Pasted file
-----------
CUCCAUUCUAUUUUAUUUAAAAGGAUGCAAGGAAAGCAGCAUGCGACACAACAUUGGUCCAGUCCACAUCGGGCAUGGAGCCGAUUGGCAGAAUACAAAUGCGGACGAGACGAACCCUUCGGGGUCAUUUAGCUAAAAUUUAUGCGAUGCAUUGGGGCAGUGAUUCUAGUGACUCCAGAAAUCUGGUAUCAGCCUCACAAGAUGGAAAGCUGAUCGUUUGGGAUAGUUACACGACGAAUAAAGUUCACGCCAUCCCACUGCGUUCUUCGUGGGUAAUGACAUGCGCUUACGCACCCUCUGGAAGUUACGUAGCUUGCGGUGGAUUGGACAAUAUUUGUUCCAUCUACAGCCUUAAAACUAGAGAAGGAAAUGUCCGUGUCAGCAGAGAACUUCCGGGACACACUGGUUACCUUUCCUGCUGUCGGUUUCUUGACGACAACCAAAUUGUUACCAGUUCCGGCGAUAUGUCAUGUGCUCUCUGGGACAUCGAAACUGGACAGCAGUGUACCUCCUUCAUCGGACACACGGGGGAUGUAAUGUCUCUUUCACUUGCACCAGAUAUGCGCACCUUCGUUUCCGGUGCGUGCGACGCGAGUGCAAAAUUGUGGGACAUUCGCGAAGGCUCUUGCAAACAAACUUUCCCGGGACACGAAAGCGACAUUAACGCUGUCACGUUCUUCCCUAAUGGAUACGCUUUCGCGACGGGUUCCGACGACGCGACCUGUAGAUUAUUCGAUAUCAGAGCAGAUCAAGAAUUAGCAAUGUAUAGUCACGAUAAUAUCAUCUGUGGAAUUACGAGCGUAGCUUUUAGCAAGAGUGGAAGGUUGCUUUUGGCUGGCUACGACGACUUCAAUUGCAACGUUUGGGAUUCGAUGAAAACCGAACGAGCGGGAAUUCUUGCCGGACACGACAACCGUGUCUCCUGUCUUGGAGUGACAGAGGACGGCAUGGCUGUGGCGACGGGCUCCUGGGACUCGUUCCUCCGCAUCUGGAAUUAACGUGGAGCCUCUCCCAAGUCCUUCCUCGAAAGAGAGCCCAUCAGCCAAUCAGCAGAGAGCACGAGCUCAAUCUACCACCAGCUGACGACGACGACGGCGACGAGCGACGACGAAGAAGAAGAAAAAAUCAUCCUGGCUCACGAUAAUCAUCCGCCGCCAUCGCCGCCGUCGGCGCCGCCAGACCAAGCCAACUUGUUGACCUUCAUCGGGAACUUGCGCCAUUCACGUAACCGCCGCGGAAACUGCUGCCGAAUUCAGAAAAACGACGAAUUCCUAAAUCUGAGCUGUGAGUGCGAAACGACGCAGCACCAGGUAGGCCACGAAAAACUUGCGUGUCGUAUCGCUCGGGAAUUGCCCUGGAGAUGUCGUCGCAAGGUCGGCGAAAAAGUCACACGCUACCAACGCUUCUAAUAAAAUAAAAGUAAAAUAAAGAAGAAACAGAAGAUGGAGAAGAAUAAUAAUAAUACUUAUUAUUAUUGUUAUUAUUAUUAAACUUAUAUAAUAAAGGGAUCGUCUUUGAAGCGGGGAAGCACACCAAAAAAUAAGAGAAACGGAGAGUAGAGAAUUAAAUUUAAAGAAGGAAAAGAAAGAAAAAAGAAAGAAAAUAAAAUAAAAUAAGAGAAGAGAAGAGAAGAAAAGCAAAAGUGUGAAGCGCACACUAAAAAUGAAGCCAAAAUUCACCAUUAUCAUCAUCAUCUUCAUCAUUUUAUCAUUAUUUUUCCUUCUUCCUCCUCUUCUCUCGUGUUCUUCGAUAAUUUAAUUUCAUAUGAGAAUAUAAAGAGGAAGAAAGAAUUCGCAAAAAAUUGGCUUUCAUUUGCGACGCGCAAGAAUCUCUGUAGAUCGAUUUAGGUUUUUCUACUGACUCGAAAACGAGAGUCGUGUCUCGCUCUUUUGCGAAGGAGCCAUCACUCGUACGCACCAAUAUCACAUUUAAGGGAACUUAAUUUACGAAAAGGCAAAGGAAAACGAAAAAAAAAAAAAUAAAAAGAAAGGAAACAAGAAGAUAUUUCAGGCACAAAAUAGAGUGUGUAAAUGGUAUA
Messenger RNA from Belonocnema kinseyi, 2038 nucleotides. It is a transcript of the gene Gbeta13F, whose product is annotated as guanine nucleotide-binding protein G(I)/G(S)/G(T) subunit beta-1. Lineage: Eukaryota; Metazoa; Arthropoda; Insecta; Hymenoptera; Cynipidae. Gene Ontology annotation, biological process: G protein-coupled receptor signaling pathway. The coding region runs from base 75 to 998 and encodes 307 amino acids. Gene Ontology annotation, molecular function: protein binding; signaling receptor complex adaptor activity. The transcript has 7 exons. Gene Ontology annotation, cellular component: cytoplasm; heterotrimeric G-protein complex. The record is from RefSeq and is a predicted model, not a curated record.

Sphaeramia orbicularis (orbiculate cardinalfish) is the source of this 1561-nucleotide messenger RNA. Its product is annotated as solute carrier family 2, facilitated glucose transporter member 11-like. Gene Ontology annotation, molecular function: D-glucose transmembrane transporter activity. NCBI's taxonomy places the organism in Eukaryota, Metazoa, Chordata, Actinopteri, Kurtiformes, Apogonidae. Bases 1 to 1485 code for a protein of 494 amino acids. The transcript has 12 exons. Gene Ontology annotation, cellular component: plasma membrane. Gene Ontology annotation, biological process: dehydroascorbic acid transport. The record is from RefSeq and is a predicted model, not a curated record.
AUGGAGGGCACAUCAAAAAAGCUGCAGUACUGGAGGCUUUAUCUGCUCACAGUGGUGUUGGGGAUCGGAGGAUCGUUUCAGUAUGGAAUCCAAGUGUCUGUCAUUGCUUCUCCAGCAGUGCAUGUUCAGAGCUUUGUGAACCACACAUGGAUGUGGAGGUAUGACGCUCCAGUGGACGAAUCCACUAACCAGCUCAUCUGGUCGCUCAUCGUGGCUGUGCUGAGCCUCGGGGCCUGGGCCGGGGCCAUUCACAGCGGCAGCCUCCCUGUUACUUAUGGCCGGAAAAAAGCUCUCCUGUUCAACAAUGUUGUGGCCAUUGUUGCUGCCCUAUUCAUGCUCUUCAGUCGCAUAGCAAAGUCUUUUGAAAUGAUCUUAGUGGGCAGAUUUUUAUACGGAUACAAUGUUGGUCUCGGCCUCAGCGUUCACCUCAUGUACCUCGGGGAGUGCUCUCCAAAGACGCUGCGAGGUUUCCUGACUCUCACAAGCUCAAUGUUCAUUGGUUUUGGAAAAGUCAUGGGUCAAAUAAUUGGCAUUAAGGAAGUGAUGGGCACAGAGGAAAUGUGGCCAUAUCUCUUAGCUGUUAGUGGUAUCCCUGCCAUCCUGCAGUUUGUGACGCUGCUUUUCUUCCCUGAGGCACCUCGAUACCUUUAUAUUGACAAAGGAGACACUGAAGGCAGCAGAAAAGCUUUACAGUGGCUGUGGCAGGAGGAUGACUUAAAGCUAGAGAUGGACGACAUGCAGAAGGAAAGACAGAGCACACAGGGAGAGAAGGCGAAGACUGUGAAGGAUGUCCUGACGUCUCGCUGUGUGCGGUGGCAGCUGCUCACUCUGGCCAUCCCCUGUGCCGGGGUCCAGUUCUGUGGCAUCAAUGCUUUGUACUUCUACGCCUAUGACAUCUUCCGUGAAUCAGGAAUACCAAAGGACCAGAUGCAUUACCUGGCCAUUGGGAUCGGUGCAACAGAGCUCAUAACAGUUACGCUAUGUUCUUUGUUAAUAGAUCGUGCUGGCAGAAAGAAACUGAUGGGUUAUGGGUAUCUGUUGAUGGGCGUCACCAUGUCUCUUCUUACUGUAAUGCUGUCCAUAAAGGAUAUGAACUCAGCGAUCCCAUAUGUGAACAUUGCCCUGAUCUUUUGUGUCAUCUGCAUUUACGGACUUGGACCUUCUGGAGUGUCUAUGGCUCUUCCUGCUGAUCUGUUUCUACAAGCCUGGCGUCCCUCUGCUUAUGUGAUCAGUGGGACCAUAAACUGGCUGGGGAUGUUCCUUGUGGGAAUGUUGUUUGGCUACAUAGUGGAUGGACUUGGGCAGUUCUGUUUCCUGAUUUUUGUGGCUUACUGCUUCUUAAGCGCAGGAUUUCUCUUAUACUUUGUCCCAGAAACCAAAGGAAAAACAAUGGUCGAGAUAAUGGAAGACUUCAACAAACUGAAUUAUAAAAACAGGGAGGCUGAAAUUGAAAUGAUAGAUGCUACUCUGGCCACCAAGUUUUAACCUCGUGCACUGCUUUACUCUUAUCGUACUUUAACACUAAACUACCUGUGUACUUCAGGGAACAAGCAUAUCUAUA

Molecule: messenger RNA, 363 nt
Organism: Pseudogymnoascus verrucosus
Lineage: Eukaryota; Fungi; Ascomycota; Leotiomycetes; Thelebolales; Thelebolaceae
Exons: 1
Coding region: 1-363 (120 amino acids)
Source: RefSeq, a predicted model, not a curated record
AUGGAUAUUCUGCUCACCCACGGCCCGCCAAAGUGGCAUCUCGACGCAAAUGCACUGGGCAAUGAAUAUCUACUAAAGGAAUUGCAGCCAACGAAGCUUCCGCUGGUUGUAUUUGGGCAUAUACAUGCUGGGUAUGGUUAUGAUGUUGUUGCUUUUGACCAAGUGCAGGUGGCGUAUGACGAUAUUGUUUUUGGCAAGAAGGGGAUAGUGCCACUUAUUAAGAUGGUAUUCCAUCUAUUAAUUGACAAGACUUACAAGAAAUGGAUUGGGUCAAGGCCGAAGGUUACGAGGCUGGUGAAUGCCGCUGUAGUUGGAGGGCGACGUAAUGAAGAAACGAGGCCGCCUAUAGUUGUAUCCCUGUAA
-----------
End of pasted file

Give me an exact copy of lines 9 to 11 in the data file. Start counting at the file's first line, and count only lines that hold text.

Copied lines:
Coding region: 1-363 (120 amino acids)
Source: RefSeq, a predicted model, not a curated record
AUGGAUAUUCUGCUCACCCACGGCCCGCCAAAGUGGCAUCUCGACGCAAAUGCACUGGGCAAUGAAUAUCUACUAAAGGAAUUGCAGCCAACGAAGCUUCCGCUGGUUGUAUUUGGGCAUAUACAUGCUGGGUAUGGUUAUGAUGUUGUUGCUUUUGACCAAGUGCAGGUGGCGUAUGACGAUAUUGUUUUUGGCAAGAAGGGGAUAGUGCCACUUAUUAAGAUGGUAUUCCAUCUAUUAAUUGACAAGACUUACAAGAAAUGGAUUGGGUCAAGGCCGAAGGUUACGAGGCUGGUGAAUGCCGCUGUAGUUGGAGGGCGACGUAAUGAAGAAACGAGGCCGCCUAUAGUUGUAUCCCUGUAA